Last updated on 22nd April 2010
I'm at my friend Larry's flat in Glasgow. We're doing one of our three-to-four monthly check-ins - reviewing and planning how our lives are going. I arrived here from Edinburgh yesterday evening and we spent time catching up and looking ahead. This morning though, when I woke, I found it hard to think clearly about the time between now and early August when we next plan to meet like this. The mountains of Glen Affric are beginning to grow closer and fill my immediate field of vision.
Tomorrow I hope to drive the four or so hours north to Affric. Irvine Butterfield, in his marvellous book "The high mountains of Britain and Ireland - Vol. 1. The Munros and tops and other 3,000ft peaks", says of it (p.197) " ... Glen Affric, regarded by many as the finest glen in Scotland." He goes on to describe walking there, writing " ... remote mountains that give long challenging ridge walks above deep glens, to provide some of the most rewarding cross-country traverses in all Scotland." I certainly feel challenged - technically, physically, psychologically, maybe too spiritually. Five days walking in the Sahara last month was a very different thing (see the Holiday, friendship & meditation retreat posts). The guides looked after us. Navigation, food, tents, safety were largely up to them. Going into Glen Affric tomorrow, I'm responsible. There's nobody else. My intention is to spend three nights in a one man tent, miles up the glen. During the days I hope to do three long walks, climbing eight Scottish mountains. I'll be on my own. Navigation and safety is up to me. Physically as well it will be a challenge - maybe nine to ten, then nine to ten, then five to six hours walking each day. On Tuesday it's my 59th birthday. It's likely to be the first time in my life that I'll be alone and maybe speak to nobody all of a birthday (since I learned to talk that is!). With the drive North, heading into the glen, walking for three days, coming out and getting home again, it's going to be a Monday to Friday trip.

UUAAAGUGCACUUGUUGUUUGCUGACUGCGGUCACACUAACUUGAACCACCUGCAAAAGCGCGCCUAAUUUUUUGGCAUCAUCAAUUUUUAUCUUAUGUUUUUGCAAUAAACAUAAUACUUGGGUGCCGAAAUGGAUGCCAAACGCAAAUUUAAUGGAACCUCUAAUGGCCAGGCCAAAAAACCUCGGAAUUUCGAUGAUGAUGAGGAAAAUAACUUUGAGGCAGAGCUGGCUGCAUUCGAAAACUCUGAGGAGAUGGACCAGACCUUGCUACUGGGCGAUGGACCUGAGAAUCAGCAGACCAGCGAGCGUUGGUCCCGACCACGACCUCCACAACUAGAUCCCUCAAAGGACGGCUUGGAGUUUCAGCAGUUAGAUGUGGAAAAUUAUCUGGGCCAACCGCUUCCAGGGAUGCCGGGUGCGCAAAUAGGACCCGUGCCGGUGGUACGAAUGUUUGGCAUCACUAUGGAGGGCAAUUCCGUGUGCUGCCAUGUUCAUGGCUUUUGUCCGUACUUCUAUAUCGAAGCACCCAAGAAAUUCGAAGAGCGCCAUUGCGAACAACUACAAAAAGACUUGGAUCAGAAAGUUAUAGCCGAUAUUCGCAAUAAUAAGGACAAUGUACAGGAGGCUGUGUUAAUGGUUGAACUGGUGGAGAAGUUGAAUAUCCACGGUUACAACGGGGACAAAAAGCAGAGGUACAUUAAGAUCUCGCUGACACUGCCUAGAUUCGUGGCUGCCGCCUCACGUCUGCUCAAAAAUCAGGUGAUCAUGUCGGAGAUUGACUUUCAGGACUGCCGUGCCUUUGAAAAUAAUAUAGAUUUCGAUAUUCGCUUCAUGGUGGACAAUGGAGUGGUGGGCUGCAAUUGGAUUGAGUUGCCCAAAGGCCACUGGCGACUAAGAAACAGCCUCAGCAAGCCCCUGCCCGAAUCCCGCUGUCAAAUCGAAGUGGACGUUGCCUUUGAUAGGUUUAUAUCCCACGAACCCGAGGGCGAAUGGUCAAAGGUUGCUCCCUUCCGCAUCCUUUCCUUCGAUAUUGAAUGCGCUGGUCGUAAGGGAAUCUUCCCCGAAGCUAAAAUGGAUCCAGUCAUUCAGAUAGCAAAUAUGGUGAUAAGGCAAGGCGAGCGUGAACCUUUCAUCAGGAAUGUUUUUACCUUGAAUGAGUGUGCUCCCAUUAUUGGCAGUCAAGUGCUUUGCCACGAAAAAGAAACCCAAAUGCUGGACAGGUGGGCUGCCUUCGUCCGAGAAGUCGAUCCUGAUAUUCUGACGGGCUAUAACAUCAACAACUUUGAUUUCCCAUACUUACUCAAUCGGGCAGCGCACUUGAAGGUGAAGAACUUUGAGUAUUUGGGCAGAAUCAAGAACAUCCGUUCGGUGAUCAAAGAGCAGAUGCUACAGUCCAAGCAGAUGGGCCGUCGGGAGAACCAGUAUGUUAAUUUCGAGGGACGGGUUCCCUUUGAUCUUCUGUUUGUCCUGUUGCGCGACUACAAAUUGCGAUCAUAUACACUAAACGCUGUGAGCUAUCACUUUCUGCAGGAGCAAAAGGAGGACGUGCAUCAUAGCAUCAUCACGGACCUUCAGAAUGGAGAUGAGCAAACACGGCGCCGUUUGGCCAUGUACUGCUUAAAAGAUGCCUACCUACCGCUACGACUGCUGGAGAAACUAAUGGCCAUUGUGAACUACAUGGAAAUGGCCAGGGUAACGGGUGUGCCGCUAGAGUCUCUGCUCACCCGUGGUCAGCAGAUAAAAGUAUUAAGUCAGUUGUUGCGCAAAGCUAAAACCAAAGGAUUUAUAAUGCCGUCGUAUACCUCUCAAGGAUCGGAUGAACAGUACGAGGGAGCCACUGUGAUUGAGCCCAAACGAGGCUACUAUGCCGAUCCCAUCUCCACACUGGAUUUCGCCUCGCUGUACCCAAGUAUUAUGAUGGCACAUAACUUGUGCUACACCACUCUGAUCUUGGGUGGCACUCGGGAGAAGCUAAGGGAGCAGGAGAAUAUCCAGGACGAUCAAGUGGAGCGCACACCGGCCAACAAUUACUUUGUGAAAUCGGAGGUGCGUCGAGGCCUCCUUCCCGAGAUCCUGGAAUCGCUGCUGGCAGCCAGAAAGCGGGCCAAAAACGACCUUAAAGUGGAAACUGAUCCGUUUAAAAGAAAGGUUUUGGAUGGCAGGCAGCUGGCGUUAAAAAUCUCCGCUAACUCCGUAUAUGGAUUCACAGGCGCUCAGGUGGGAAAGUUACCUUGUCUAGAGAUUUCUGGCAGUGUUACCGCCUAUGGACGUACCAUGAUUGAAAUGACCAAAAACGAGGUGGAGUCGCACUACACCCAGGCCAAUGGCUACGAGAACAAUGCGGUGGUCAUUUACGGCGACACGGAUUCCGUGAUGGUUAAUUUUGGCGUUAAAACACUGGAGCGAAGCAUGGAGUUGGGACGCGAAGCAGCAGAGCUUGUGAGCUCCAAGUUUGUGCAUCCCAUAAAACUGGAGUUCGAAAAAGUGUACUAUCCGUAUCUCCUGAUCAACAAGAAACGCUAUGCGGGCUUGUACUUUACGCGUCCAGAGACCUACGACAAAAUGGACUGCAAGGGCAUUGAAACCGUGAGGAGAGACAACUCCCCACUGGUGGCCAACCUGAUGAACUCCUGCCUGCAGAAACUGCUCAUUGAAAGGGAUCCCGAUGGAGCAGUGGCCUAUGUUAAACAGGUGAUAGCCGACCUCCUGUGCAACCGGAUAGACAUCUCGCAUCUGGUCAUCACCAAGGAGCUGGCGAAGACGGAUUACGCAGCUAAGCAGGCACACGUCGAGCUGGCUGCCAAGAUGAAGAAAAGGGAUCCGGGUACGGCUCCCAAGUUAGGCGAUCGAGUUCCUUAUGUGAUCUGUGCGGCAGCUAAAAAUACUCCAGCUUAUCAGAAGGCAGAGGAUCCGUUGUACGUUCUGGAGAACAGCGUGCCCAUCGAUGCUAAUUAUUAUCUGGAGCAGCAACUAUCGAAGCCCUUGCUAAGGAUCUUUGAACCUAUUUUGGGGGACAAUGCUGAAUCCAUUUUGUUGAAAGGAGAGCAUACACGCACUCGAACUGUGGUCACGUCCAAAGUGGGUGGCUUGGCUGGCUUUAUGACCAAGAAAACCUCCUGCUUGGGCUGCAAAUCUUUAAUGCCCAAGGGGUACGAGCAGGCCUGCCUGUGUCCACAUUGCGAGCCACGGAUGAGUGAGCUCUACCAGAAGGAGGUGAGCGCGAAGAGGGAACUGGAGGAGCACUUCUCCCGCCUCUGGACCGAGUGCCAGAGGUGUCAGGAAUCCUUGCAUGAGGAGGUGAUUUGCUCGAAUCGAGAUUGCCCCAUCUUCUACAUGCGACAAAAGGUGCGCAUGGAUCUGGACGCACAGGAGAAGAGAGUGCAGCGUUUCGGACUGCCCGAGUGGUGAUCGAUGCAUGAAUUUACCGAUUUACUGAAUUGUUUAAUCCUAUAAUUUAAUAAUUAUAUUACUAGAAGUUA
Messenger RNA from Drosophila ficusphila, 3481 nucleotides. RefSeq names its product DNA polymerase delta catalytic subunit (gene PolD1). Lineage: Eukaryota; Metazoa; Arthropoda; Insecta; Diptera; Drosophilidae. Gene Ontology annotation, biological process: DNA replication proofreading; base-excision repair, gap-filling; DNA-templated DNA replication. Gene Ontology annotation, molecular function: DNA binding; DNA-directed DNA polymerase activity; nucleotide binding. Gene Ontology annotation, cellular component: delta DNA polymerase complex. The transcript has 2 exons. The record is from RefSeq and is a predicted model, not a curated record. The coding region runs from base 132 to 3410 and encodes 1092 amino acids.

I've talked before about why writing about my personal experiences sometimes has a place, even in this "evidence-based blog". Many people go on hugely much bigger adventures than this, but for me taking this time to solo camp and walk out into the wilds is a pretty big challenge. It's an adventure. I hope too that it connects me to this awesomely beautiful country that we live in ... and that it connects me to myself. People have gone up into the hills for thousands of years to find quietness, to realise how very small and insignificant we are, to connect to themselves and to connect to something beyond themselves as well.